Sometimes that optimism was sheer naïveté. Joshua Marshman, one of the Serampore trio of translators, cheerfully announced that he was first translating Confucius with the aid of the Chinese Armenian Joannes Lassar (Hovhannes Ghazarian) and an unnamed ‘Chinese assistant’, and then using the knowledge of Chinese thus acquired in translating the Bible. For all his insistence on method and autopsy, he never set foot in China; it is unsurprising that Chinese converts were rather won over by other versions, like that of Karl Gützlaff and Robert Morrison (a work that inadvertently inspired the Taiping Rebellion, a mid-century syncretic millenarian movement that left 10-20 million Chinese dead). William Carey’s Marathi version fell flat for the simple reason that his munshi spoke ‘corrupt’ or nonstandard Marathi. But even Carey’s Sanskrit Bible, though more of a status object than a practical tool for proselytization, had its uses as a matrix for other translations.

Triangulation and Translation War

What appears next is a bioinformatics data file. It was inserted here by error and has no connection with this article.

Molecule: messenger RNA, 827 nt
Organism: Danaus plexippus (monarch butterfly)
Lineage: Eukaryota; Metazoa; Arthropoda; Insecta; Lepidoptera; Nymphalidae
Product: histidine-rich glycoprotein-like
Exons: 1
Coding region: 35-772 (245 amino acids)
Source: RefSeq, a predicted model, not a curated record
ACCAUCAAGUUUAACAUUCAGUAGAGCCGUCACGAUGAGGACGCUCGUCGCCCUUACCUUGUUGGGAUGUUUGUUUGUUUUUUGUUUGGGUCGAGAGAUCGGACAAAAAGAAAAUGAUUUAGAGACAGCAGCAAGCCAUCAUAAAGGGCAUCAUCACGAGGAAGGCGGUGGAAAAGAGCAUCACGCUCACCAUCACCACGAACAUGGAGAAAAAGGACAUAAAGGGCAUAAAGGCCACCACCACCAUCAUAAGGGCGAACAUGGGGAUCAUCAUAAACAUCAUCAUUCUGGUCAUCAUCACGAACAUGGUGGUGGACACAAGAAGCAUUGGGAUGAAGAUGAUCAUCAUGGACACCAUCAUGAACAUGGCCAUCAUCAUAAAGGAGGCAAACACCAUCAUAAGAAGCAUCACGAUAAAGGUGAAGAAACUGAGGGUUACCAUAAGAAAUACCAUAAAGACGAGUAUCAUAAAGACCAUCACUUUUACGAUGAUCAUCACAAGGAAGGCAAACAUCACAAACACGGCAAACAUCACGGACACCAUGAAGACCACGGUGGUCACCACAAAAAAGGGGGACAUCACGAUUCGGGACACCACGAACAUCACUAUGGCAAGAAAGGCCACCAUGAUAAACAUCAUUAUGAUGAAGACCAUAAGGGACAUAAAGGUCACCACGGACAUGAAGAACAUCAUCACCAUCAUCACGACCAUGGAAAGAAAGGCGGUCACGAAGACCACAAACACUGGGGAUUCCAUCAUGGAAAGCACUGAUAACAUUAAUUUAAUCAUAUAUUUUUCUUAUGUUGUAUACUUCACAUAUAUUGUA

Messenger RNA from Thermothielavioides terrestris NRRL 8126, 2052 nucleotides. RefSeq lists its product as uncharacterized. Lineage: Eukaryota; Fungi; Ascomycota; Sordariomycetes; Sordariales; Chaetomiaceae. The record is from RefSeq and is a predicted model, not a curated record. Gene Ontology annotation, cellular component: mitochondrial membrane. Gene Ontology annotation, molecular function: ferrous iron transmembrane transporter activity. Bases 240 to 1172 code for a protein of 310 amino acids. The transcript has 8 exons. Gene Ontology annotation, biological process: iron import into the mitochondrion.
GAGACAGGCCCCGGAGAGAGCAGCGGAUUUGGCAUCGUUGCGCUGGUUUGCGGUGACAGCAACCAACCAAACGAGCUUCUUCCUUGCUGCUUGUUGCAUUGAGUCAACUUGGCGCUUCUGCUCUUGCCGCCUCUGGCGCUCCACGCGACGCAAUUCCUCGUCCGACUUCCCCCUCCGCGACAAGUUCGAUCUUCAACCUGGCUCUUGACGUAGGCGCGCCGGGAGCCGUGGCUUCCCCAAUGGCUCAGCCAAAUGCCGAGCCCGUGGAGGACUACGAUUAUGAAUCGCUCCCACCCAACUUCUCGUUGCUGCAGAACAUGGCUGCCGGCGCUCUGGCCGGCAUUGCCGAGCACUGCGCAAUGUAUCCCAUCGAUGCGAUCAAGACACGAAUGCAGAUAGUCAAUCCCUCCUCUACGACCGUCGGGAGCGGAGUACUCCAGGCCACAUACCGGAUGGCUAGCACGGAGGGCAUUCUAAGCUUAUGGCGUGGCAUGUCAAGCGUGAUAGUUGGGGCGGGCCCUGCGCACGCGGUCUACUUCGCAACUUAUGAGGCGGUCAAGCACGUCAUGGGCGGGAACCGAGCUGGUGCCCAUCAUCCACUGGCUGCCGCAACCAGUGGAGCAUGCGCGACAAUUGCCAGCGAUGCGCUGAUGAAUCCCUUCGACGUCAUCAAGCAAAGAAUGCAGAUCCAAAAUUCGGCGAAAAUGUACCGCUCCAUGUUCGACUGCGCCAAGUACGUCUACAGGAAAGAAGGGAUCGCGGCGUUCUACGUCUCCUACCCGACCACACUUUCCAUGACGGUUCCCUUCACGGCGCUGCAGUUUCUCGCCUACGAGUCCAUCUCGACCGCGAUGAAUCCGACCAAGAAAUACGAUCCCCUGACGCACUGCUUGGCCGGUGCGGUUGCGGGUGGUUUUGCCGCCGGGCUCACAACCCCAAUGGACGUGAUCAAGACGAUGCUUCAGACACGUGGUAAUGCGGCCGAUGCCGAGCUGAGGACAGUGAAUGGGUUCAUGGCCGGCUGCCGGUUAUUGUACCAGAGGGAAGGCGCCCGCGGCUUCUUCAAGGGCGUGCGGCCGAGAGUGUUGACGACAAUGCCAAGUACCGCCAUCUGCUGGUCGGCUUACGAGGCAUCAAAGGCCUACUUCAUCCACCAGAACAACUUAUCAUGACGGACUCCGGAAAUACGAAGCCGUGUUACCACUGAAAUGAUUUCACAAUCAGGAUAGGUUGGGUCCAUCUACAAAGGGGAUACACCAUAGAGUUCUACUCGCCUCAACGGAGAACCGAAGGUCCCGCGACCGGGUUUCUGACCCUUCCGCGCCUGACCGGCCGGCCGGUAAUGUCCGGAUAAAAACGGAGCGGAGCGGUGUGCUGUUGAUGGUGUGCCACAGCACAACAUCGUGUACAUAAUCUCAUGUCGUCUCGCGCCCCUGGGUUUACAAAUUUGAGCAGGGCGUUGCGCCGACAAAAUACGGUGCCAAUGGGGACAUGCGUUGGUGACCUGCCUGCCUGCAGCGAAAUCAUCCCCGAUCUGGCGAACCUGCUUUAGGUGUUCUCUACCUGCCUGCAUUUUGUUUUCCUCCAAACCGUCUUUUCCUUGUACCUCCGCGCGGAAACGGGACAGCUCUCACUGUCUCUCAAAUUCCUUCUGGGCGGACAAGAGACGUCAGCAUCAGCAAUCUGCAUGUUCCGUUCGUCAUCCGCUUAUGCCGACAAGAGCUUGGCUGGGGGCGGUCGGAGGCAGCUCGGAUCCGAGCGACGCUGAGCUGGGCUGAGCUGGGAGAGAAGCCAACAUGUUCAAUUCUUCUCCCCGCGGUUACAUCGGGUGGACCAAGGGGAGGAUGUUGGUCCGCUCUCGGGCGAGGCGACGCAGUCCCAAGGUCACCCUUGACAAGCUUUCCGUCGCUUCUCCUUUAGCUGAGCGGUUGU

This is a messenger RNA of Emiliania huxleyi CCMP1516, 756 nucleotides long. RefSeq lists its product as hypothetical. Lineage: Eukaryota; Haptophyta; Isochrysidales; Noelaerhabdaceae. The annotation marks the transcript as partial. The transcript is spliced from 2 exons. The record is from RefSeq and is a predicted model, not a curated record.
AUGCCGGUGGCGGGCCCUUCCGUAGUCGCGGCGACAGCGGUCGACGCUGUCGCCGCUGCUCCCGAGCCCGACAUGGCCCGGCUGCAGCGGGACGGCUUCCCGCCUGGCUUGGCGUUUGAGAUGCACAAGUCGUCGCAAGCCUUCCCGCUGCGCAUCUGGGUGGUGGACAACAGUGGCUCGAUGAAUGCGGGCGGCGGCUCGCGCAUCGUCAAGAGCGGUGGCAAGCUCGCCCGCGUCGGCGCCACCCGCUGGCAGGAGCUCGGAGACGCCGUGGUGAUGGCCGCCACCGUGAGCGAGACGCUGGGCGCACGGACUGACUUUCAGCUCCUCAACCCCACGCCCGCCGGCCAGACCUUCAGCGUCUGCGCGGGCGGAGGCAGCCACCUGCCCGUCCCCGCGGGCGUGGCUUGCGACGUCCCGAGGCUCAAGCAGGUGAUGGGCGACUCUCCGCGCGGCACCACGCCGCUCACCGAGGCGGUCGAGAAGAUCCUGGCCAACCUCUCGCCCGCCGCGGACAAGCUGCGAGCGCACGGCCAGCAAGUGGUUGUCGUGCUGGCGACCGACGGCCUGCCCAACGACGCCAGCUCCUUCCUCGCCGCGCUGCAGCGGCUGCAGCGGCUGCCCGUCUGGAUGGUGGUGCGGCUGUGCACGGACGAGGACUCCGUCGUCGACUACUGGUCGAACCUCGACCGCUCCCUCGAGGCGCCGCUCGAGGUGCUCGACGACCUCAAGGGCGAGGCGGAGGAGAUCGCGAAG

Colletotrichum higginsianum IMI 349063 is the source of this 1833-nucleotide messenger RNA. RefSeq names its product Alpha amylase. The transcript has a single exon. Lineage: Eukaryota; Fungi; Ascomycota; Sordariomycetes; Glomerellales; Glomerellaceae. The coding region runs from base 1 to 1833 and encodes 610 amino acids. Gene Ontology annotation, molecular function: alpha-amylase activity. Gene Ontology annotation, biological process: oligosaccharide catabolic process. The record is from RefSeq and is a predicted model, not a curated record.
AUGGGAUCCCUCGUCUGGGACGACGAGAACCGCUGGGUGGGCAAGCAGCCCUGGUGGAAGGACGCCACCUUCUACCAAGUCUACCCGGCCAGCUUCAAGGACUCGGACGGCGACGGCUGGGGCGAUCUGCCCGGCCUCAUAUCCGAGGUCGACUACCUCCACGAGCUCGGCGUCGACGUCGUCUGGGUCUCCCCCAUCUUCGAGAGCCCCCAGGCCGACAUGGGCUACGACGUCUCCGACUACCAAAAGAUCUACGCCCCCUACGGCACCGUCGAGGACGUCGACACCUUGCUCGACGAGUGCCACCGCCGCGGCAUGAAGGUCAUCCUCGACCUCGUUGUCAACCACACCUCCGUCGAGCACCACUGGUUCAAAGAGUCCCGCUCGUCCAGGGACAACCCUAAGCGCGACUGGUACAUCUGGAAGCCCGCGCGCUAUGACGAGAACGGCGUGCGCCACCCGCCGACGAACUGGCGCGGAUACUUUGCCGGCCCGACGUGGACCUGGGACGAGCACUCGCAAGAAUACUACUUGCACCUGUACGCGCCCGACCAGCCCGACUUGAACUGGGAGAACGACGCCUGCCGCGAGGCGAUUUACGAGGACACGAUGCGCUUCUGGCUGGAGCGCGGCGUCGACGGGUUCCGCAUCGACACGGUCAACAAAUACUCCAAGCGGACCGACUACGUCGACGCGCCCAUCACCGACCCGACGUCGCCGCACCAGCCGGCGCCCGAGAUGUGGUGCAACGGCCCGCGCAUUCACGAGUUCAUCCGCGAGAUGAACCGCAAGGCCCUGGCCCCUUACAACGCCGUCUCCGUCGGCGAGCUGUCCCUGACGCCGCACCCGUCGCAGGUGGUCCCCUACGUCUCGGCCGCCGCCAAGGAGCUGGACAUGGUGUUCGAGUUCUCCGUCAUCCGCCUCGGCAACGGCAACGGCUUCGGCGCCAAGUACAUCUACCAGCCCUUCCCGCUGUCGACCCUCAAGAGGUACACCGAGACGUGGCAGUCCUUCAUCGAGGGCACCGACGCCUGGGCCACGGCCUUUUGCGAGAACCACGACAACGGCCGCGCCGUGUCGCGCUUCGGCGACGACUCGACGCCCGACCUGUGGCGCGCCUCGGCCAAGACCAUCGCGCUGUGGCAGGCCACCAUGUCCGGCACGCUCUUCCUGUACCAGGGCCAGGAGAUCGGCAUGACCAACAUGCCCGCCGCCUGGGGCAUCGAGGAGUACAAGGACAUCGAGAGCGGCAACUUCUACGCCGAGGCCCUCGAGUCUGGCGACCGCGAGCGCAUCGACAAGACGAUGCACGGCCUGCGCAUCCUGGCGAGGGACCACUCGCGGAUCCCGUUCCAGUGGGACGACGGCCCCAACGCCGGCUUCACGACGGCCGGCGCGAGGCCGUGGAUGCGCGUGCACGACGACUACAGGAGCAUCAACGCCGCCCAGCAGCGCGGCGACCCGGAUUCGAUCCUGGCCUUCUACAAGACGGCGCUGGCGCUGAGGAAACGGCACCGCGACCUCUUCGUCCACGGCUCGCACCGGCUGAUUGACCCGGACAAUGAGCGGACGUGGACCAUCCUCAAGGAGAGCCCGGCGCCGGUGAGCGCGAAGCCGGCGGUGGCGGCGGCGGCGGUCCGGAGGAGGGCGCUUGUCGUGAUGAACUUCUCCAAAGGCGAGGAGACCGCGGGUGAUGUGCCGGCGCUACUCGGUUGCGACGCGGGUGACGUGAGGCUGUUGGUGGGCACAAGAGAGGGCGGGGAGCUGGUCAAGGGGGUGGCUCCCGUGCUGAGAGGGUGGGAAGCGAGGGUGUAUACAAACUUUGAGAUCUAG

The story of Sinhalese, narrated in detail by both Platt and Radley, is illustrative in this regard, and in other ways. A first translation had been made in the early 18th century by the Dutch clergyman Willem Konijn, which was judged too plain as well as “unintelligible, formed according to the Dutch idiom, and not according to the Cingalese” by the Wesleyan missionaries after the British annexation of the colony. A colonial administrator with a passion for languages, William Tolfrey undertook a new version with the aid of the converted Buddhist priest Abraham de Thomas and other (ex-)Buddhist clerics. To ensure that the new version was less foreign and more up to Sinhalese literary standards, a parallel version was made in Pali, the holy language of Theravada Buddhism: